Vu Thang, born in 1970, has enjoyed painting and the creative arts since he was a young child. Throughout his youth, he often used a stick to trace and sketch figures and ideas in the dirt on the ground. During his education at the Hanoi Fine Art University (graduated 1992), he fell in love with the tranquility of Chinese and other Southeast Asian art, and their influences remain in his work today.
However, according to the artist, the biggest influence on his works are the traditional funerary structures and art from the central highlands of Vietnam. He felt that the natural beauty, represented in the primitive styles unique to the area, were so beautiful that he moved to Sapa, in the northern highlands, with his wife and two children about ten years ago to be fully immersed in the culture and the land.
Technically, many of his paintings are mixed media, as he often incorporates scraps of traditionally patterned clothing from the Red Dao and the Black Dao hill tribe peoples into his works, sewing them on to the canvas, and integrating them into the larger piece.
Many of Vu Thang’s works depict a single figure, combining splashes of contrasting bright colors with smaller sections of their opposing colors – figures surrounded and highlighted with bright red and yellow, with some figure details filled in with darker greens and blues. Other works are more influenced by cave drawings and funerary sculpture of the hill tribe peoples, creating primitive figures that speak to more universal experiences, emotions and feelings. Vu creates using many different materials including wood, hemp, canvas, fabric and clay and uses the properties of each to help inform the entire piece.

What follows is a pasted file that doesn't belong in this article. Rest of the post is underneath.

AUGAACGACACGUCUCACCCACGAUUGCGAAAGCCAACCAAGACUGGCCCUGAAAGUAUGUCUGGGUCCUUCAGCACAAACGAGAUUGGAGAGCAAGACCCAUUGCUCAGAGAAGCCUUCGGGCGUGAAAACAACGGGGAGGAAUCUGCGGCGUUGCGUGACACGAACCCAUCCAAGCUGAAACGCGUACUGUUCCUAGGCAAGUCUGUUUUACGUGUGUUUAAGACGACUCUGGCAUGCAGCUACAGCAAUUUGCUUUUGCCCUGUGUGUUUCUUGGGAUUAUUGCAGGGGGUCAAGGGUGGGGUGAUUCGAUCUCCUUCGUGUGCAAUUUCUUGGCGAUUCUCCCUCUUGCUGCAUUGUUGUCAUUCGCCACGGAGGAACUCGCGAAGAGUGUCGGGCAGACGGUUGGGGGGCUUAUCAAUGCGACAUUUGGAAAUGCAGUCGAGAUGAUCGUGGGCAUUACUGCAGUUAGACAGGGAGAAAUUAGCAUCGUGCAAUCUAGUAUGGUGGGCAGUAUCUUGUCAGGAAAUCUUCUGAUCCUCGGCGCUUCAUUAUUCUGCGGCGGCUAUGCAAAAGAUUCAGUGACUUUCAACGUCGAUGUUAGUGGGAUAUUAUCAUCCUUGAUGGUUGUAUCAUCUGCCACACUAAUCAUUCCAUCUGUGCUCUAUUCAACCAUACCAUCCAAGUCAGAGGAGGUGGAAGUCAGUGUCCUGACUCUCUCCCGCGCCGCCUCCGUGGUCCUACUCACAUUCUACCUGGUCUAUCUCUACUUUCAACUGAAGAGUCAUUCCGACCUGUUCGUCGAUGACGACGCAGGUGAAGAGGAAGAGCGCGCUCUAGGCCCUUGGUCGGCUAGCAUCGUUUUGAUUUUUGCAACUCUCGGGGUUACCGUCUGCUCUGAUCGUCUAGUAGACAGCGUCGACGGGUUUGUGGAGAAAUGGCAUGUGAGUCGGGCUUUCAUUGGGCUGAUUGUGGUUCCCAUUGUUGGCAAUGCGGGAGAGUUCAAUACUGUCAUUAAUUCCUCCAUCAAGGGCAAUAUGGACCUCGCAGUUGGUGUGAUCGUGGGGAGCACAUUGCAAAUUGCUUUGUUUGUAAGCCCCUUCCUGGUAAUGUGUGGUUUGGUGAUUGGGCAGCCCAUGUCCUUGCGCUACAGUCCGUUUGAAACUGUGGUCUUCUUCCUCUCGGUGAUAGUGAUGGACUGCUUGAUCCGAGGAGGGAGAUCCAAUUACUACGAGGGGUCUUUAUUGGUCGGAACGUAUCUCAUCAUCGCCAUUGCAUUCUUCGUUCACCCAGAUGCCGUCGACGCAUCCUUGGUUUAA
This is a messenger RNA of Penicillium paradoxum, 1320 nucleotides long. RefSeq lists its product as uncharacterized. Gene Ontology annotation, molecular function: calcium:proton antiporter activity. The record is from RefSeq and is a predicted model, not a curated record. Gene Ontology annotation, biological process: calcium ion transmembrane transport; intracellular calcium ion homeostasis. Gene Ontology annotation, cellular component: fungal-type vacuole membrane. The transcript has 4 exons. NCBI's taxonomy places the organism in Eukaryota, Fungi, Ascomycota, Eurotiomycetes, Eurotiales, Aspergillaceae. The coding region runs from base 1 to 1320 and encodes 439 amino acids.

His studio is messy, like many artists, covered with paints and pigments of all kinds; the air filled with music. Much of the natural beauty Vu Thang attempts to express is inspired by the nearby Fansipan mountain, the highest mountain in Vietnam and Indochina. Like he did in his childhood, Vu Thang still often explores the mountains and draws figures in the ground with a stick.
After seeing his work for the first time in 1994, art historian Nora Taylor, noted that, despite the doubt she held for young artists successfully pushing through the challenging and very time-intensive process of traditional lacquer painting, she was very impressed by Vu Thang’s continued dedication to the medium, and his efforts to bring together the traditional and the modern in the production of his works. “Where previously he described stone, trees, and water with the subtlety of his brush, he has now incorporated sand, pebbles, string, and other material directly into and onto the surface of his painting[s].” Later, she noted that his paintings and work seem to “adapt themselves to all styles and compositions.”
Pushing the boundaries of a very codified and traditional medium like lacquer takes more than just artistic skill and talent – it takes someone who has the confidence in their own work to bring something entirely new to the table, and someone who can face criticism head on, and defend his decisions with aplomb. Vu Thang has continued to embrace innovation and pursue his own style by bringing together the past and the present, to create the future of Vietnamese art.